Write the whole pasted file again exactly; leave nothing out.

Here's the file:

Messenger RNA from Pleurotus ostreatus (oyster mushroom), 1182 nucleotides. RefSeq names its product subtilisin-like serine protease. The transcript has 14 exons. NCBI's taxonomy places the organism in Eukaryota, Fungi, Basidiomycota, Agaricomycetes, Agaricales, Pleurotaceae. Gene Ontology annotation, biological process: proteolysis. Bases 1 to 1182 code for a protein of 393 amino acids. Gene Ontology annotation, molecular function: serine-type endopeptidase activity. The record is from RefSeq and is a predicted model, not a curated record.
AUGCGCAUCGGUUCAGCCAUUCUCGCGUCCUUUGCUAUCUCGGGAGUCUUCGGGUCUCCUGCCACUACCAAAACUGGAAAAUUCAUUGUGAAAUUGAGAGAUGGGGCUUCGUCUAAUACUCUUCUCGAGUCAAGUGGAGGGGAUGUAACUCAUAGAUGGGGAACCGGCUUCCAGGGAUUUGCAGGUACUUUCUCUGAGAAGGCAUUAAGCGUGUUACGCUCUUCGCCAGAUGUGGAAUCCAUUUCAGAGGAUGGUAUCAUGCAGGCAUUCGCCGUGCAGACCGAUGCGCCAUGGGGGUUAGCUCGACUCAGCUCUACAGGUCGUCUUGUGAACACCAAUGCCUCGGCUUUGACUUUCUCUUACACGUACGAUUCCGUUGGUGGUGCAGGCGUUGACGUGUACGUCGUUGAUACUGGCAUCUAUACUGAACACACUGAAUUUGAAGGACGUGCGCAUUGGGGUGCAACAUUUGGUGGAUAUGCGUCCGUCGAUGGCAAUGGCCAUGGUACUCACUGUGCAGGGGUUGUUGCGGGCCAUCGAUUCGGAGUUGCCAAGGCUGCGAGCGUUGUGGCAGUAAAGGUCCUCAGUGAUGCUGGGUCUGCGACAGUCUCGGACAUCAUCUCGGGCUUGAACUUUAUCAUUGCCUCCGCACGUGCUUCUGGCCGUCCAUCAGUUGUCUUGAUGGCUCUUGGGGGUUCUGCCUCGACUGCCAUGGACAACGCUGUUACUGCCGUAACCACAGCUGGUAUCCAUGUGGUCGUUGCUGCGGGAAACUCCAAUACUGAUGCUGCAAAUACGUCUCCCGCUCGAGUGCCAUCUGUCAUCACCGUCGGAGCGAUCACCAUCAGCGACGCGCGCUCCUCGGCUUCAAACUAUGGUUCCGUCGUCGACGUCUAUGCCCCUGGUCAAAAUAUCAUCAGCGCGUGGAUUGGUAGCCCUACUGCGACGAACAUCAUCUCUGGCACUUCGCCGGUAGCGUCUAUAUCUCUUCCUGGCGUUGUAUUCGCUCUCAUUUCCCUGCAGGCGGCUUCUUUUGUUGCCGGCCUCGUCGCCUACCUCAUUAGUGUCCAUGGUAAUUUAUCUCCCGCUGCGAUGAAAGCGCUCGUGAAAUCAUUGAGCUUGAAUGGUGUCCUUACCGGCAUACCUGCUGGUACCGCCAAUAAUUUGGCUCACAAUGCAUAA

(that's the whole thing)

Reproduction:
Messenger RNA from Pleurotus ostreatus (oyster mushroom), 1182 nucleotides. RefSeq names its product subtilisin-like serine protease. The transcript has 14 exons. NCBI's taxonomy places the organism in Eukaryota, Fungi, Basidiomycota, Agaricomycetes, Agaricales, Pleurotaceae. Gene Ontology annotation, biological process: proteolysis. Bases 1 to 1182 code for a protein of 393 amino acids. Gene Ontology annotation, molecular function: serine-type endopeptidase activity. The record is from RefSeq and is a predicted model, not a curated record.
AUGCGCAUCGGUUCAGCCAUUCUCGCGUCCUUUGCUAUCUCGGGAGUCUUCGGGUCUCCUGCCACUACCAAAACUGGAAAAUUCAUUGUGAAAUUGAGAGAUGGGGCUUCGUCUAAUACUCUUCUCGAGUCAAGUGGAGGGGAUGUAACUCAUAGAUGGGGAACCGGCUUCCAGGGAUUUGCAGGUACUUUCUCUGAGAAGGCAUUAAGCGUGUUACGCUCUUCGCCAGAUGUGGAAUCCAUUUCAGAGGAUGGUAUCAUGCAGGCAUUCGCCGUGCAGACCGAUGCGCCAUGGGGGUUAGCUCGACUCAGCUCUACAGGUCGUCUUGUGAACACCAAUGCCUCGGCUUUGACUUUCUCUUACACGUACGAUUCCGUUGGUGGUGCAGGCGUUGACGUGUACGUCGUUGAUACUGGCAUCUAUACUGAACACACUGAAUUUGAAGGACGUGCGCAUUGGGGUGCAACAUUUGGUGGAUAUGCGUCCGUCGAUGGCAAUGGCCAUGGUACUCACUGUGCAGGGGUUGUUGCGGGCCAUCGAUUCGGAGUUGCCAAGGCUGCGAGCGUUGUGGCAGUAAAGGUCCUCAGUGAUGCUGGGUCUGCGACAGUCUCGGACAUCAUCUCGGGCUUGAACUUUAUCAUUGCCUCCGCACGUGCUUCUGGCCGUCCAUCAGUUGUCUUGAUGGCUCUUGGGGGUUCUGCCUCGACUGCCAUGGACAACGCUGUUACUGCCGUAACCACAGCUGGUAUCCAUGUGGUCGUUGCUGCGGGAAACUCCAAUACUGAUGCUGCAAAUACGUCUCCCGCUCGAGUGCCAUCUGUCAUCACCGUCGGAGCGAUCACCAUCAGCGACGCGCGCUCCUCGGCUUCAAACUAUGGUUCCGUCGUCGACGUCUAUGCCCCUGGUCAAAAUAUCAUCAGCGCGUGGAUUGGUAGCCCUACUGCGACGAACAUCAUCUCUGGCACUUCGCCGGUAGCGUCUAUAUCUCUUCCUGGCGUUGUAUUCGCUCUCAUUUCCCUGCAGGCGGCUUCUUUUGUUGCCGGCCUCGUCGCCUACCUCAUUAGUGUCCAUGGUAAUUUAUCUCCCGCUGCGAUGAAAGCGCUCGUGAAAUCAUUGAGCUUGAAUGGUGUCCUUACCGGCAUACCUGCUGGUACCGCCAAUAAUUUGGCUCACAAUGCAUAA